Where to go in Japan other than Tokyo and Kyoto?

Where to go in Japan other than Tokyo and Kyoto?

Japan is a geographically and culturally diverse nation. There are numerous natural wonders in the nation that are worth visiting. Japan's rich culture, history, and traditional arts make it a popular tourist destination. Tokyo and Kyoto are two of the top tourist destinations in Japan. No one can dispute the beauty of these places, but popularity has brought an excess of visitors, which can occasionally be a problem if you value some solitude. Therefore, in addition to well-known sites like Tokyo and Kyoto, we have compiled a list of other fantastic locations in Japan that you may visit.


1. Senmaida Rice Terraces

The terraced hillside rice fields of Ishikawa-ken Prefecture, overlook the Sea of Japan and are situated on the Noto peninsula. This place is known for its zigzagging hillside rice paddies that contrast with the azure sea in a scene that attracts photographers from all over the world and was even designated as a "Special Place of Scenic Beauty."

Shiroyone Senmaida's beauty fluctuates significantly with the seasons. The hillsides are frequently covered in white snow in January and February. From the end of April to the beginning of July, the sea is the backdrop to an infinity pool effect created by the sunset reflecting on the water of the flooded rice paddies. The fields turn a brilliant green in the summer and then turn gold in August and September. Traditional wedding ceremonies are occasionally held on rice terraces during the warmer months. The Shinto deity of the rice fields bestows blessings on newlyweds there. After the rice has been harvested, from mid-October to mid-March, 25,000 solar-powered, color-changing LED lights are used to brighten the terraces at night. A sizable parking lot and a guest house for tourists are located close to the field.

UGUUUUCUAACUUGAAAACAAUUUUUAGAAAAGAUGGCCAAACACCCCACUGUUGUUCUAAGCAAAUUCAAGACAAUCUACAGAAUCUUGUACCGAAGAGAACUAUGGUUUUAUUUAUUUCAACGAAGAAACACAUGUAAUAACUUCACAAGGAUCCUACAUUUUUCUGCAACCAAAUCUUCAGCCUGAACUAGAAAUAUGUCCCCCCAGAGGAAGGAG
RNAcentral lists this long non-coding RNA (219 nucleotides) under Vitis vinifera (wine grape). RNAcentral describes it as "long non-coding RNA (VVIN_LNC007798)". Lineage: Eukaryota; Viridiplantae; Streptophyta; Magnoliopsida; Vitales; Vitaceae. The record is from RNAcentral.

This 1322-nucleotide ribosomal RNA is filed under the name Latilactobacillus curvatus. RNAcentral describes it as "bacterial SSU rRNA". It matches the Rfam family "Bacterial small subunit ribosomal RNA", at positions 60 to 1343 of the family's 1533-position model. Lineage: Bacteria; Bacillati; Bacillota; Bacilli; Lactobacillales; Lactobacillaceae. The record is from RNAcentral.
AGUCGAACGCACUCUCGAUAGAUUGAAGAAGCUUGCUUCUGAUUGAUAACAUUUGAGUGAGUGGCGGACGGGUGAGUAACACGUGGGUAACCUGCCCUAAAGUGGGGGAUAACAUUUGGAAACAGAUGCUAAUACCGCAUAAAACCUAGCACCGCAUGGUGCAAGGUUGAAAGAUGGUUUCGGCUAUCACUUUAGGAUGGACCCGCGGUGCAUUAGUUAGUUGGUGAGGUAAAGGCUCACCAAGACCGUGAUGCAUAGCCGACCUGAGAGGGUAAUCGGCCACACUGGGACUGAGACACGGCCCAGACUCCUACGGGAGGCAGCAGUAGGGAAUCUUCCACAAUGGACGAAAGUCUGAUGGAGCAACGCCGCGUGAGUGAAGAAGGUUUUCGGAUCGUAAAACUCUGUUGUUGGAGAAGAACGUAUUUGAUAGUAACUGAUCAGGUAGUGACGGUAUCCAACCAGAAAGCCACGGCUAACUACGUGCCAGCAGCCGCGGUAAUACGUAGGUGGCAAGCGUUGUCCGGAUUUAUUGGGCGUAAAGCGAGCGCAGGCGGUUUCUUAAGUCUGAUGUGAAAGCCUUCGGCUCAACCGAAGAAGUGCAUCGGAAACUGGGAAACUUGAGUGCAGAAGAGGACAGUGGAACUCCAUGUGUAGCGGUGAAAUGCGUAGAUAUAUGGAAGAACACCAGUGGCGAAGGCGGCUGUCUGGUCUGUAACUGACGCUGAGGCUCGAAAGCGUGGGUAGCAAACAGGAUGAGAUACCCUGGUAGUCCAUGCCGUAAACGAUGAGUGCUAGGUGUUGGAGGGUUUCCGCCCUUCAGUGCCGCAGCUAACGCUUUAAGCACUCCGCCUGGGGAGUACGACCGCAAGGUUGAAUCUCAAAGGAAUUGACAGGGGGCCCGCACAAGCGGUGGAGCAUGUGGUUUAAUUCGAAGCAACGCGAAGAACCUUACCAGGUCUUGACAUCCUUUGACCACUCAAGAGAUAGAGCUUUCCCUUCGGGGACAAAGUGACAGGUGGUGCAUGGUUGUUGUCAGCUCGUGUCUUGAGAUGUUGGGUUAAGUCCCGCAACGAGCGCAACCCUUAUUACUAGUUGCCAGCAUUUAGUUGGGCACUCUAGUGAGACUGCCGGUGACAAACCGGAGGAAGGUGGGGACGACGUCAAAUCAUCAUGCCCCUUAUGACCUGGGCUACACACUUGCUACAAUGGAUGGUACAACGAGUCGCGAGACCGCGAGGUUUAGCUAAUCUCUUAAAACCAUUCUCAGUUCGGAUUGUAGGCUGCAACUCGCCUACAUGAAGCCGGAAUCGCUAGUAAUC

How to get there: The most practical means of transportation are a private vehicle or a rented car. To get here, take an express bus from Kanazawa City's JR Kanazawa Station. This bus, however, runs infrequently and requires numerous transfers.


2. Hell Peek Point

Visit Nokogiri Peak in Chiba Prefecture, where the renowned Hell Peek Point is located, if you want thrills. This place allows tourists to simultaneously enjoy two thrilling experiences: gazing out at the horizon and gazing down into hell.

Even though Mt. Nokogiri is a relatively low peak and the trek up it is not particularly challenging, what you see at the summit will leave you speechless. Its highest observation point is known as Jigoku Nozoki, which translates to "A glance into hell" in Japanese. The point's descriptive name presumably derives from the shivers and unsteadiness you get as you gaze out over a landscape that stretches to the horizon and realizes that the only thing standing between you and the canyon bottom below is a thin metal fence. However, once you get past the initial shakiness, you'll discover that it's one of the most beautiful sights you've ever seen. You can see as far as the Tokyo Skytree on clear days. It's a fantastic location for photographers to get beautiful images.